eRuf Concept Model A
Quash the electric Cayman rumor. Ruf Automobiles has a long history of taking already fast sports cars from Porsche and making them extraordinarily fast. That typically happens by means of adding more displacement, more boost, more fuel etc. Now, founder Alois Ruf is taking inspiration from the hydroelectric power station in his home town to create a battery-powered 911. The traditional 911 flat-6 engine has been dispensed with in favor of a 204 hp electric motor that generates 479 lb-ft of torque. Ruf worked with Camarillo, CA CALMOTORS on the motor and battery integration for this first concept. Energy storage is handled by lithium iron phosphate batteries supplied by Axeon. The combined capacity of the 96 cell system is 50.7 kWh and the charge time is 10 hours. That's enough to give an estimated range of 150-200 miles although it's not clear what kind of driving style it would take to achieve that. That 1,200 lb battery pack means the 4,200 lb eRuf concept weighs about 1,000 lbs more than a regular 911. The instant torque of the electric motor means the electric Porsche should be able to accelerate to 60 mph in under seven seconds. That's neither regular 911 nor Tesla territory, but Ruf will surely find ways to cut the mass. No word from Ruf on when or if it will ever offer this car to customers but if someone comes along with an inordinate amount of disposable cash, Ruf will probably replicate this car.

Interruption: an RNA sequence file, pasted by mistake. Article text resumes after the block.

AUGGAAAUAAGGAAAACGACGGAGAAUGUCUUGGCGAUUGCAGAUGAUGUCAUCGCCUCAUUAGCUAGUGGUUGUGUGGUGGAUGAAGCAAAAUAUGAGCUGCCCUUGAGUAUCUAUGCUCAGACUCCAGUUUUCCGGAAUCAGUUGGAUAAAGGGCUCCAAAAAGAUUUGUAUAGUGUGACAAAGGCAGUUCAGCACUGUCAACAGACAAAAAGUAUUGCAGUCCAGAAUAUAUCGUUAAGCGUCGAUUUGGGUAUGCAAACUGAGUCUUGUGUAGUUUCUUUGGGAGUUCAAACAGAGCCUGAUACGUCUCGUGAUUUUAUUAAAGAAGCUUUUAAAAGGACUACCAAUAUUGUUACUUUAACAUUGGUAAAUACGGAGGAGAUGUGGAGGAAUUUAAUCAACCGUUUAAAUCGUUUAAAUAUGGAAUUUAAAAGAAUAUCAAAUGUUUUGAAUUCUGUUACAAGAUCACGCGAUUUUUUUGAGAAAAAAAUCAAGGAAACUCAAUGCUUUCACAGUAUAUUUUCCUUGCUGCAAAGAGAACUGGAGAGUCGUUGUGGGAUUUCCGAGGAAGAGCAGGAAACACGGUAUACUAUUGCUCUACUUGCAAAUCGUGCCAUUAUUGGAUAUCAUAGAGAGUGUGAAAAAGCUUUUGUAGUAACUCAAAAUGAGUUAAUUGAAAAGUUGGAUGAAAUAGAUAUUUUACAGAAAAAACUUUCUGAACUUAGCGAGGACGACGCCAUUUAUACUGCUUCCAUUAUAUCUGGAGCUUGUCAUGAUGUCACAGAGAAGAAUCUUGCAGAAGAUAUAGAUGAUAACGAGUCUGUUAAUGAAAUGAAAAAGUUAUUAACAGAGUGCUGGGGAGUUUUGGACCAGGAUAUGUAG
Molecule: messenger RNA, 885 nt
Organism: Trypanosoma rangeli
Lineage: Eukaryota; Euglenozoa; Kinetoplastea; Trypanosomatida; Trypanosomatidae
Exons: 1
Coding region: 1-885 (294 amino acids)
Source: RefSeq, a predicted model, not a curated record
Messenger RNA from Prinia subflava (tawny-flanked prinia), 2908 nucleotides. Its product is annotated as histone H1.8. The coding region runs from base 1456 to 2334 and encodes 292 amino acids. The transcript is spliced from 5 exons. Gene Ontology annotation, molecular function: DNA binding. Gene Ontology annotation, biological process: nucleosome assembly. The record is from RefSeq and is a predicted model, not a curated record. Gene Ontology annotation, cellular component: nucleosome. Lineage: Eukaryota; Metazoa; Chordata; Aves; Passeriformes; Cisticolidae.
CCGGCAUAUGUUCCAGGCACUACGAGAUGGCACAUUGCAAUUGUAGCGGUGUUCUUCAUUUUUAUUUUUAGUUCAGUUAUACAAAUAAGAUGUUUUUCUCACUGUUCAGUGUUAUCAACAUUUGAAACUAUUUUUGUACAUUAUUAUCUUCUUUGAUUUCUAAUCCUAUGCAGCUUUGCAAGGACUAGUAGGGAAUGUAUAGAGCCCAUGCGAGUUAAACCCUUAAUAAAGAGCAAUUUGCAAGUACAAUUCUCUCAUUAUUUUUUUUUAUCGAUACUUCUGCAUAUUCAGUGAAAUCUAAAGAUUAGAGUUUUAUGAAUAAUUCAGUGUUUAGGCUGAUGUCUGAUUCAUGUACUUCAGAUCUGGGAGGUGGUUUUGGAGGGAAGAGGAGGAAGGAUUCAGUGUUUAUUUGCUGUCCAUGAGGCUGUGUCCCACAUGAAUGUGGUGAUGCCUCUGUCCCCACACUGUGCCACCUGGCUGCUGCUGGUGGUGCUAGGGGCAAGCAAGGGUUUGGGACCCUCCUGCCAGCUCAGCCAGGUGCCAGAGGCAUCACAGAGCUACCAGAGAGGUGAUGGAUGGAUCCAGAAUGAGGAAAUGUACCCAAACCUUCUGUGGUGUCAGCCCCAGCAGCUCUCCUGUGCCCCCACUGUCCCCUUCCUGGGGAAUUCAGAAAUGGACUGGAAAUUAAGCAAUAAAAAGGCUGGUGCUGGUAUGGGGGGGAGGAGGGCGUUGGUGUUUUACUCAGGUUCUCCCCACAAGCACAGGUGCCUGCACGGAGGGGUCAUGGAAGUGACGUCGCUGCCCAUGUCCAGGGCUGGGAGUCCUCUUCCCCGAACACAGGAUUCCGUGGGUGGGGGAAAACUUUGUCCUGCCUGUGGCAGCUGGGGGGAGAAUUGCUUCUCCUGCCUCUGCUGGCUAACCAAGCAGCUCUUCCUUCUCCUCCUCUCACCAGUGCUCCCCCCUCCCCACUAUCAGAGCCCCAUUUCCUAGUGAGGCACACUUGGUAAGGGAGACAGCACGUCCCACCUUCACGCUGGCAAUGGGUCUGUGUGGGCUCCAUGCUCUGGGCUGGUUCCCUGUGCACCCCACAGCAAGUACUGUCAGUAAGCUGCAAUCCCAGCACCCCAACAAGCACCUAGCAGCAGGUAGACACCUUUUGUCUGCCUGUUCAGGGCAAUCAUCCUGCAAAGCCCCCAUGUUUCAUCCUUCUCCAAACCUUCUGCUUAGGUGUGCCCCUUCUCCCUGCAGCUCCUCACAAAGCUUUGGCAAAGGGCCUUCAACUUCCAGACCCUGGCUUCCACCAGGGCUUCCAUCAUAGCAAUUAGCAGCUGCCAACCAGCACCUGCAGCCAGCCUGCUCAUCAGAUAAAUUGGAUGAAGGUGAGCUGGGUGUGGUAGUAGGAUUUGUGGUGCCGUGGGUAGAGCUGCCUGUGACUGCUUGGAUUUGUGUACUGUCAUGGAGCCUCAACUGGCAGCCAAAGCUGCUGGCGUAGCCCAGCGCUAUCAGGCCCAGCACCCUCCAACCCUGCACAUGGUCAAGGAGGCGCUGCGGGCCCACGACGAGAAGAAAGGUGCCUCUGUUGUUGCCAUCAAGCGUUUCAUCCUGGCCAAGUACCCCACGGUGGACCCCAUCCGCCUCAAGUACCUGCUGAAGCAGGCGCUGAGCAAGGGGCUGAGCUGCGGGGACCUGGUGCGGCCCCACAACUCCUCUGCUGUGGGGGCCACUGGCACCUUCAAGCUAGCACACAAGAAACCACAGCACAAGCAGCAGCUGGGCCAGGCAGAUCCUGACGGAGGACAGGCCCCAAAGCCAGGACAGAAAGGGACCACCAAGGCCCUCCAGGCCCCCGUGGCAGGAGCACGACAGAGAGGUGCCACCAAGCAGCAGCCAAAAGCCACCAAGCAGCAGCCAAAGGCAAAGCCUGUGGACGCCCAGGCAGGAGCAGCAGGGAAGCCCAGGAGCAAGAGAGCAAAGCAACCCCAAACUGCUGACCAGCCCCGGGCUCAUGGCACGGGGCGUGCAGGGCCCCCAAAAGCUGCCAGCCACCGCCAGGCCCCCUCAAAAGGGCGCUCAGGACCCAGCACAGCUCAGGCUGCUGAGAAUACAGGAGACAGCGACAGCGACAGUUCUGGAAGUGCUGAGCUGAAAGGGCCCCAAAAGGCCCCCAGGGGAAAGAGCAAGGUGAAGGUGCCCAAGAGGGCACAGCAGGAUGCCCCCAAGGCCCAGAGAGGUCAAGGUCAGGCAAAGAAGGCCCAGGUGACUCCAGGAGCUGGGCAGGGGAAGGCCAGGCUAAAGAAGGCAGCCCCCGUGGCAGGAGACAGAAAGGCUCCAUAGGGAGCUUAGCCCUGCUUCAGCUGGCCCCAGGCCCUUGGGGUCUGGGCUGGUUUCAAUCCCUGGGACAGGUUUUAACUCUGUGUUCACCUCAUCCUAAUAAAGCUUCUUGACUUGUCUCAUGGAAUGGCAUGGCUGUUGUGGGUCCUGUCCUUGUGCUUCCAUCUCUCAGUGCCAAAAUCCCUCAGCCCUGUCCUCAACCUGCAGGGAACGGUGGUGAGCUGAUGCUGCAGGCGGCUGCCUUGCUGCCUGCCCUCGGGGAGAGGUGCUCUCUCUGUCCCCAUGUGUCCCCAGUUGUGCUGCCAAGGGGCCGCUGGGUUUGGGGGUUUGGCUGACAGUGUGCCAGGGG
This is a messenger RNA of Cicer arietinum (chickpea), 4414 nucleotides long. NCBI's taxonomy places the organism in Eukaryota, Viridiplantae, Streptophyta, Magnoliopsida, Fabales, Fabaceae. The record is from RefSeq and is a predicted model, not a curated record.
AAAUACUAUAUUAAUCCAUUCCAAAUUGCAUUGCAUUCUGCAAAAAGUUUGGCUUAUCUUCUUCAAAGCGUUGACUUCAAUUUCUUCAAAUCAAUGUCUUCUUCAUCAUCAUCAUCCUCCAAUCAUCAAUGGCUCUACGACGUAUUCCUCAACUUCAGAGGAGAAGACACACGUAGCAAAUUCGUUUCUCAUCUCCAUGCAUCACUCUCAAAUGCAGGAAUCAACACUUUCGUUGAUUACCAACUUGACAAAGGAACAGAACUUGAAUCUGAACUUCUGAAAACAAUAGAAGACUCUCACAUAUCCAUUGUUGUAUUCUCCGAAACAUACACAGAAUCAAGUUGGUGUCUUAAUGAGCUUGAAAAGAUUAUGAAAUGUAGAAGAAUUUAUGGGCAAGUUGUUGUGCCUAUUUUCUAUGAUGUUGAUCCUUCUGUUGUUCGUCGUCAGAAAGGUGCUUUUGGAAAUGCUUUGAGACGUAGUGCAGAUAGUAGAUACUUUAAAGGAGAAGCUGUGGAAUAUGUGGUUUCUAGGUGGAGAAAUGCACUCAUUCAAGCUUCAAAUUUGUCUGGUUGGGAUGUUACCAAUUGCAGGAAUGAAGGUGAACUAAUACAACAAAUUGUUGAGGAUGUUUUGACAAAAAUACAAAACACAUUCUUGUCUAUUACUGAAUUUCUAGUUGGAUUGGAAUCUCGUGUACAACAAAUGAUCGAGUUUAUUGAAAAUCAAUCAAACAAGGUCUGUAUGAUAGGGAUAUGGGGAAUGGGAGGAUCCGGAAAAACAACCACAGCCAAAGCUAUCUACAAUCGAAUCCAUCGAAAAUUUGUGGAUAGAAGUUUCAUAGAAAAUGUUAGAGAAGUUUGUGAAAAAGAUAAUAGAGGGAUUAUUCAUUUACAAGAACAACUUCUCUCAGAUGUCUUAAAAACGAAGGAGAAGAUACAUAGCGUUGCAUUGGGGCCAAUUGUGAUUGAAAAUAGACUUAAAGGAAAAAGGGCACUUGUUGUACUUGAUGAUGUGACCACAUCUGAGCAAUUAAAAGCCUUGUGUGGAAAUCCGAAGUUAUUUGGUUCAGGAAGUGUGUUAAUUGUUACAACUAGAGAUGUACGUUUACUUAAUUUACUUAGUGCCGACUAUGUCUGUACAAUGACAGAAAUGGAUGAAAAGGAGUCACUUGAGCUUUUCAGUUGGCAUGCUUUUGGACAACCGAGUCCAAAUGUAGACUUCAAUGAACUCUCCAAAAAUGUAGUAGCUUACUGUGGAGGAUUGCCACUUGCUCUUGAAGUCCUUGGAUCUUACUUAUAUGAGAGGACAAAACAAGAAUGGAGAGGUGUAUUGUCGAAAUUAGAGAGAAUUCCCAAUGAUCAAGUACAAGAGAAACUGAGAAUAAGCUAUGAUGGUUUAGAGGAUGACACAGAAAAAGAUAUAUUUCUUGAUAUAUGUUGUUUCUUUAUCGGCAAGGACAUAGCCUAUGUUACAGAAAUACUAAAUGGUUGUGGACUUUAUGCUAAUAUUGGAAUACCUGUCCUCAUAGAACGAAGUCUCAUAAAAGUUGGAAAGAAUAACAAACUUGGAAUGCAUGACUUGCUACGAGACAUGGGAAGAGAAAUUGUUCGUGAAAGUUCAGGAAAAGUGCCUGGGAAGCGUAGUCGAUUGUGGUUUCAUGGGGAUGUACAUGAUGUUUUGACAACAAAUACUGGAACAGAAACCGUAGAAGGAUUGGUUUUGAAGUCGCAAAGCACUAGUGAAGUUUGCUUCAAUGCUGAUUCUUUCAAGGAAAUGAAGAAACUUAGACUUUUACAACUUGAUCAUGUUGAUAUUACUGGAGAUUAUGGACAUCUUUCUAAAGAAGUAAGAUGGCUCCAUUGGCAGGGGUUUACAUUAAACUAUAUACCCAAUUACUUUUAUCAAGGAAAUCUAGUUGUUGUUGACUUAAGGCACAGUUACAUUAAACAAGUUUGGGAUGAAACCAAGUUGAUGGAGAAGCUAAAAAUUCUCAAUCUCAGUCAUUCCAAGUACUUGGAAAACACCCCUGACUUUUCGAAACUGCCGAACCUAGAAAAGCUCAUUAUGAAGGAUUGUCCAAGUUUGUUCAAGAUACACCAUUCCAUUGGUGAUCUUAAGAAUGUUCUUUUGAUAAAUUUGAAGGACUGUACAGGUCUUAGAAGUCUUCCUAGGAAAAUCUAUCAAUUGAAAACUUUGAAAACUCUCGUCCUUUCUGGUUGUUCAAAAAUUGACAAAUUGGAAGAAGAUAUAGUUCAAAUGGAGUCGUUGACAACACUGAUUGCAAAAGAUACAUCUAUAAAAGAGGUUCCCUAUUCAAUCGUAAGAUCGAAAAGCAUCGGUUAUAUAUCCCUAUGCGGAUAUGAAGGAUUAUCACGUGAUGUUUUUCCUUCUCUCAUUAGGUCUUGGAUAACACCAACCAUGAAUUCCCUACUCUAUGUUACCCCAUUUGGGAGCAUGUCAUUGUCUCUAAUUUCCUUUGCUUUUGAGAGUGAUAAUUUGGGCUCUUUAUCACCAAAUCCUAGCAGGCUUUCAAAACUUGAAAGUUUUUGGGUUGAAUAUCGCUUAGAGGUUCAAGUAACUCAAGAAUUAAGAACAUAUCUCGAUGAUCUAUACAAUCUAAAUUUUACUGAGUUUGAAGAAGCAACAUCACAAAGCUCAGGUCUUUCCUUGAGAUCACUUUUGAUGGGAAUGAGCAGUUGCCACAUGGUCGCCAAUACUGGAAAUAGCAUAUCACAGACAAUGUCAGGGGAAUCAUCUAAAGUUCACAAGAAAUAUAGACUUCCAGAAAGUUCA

Related GalleryE-Ruf electric 911
eRUF Concept Model A 2008
" Emotion without Emission"
Ruf Automobile GmbH, internationally well known manufacturer for high performance automobiles and the producer of the famous CTR-series is now introducing the first electrically powered sports car from Germany.
The fundamental ideas that lead to the development of the eRUF concept vehicle came from Alois Ruf. The car maker from the Bavarian town of Pfaffenhausen had a vision of a simple energy transfer concept: his hydroelectric power plants, which feed 35 million kW hours of electricity annually into the German electrical network, could also more or less directly power modern autos. 35 million kWh is enough energy to power one of the prototypes eRUF as described below for 3500 journeys around the globe – or 3500 of the cars one time around the
The idea seemed even more inspiring, as it would be possible for him to connect cars directly to the emission-free power plants for charging and drive away on the water-generated power.
The eRUF Model A concept car is the first prototype to lead the technical development away from the combustion engine.
Actually, for the first time an electric motor is being used which comes to fitting into the Ruf model range. The three-phase AC motor's performance easily puts many conventional conbustion engines to shame. It produces its maximum 650 Nm torque output from 0 rpm onwards. This power rips into the drive shafts so impressively during acceleration, that one is immediately reminded of the extremely powerful Ruf Rt 12
It is actually enough simply to put the car in 6th gear and press down the accelerator pedal (an "amp pedal", not a "gas pedal" in this car!), and drive off. The eRUF Model A has such impressive acceleration that the project goal of 0-100 km/h in under 7 seconds was achieved.
The maximum power output is around 204 hp if you translate it into combustion engine terms. In direct connection to Volt and Ampere the maximum output level of 150 kW is a useful figure.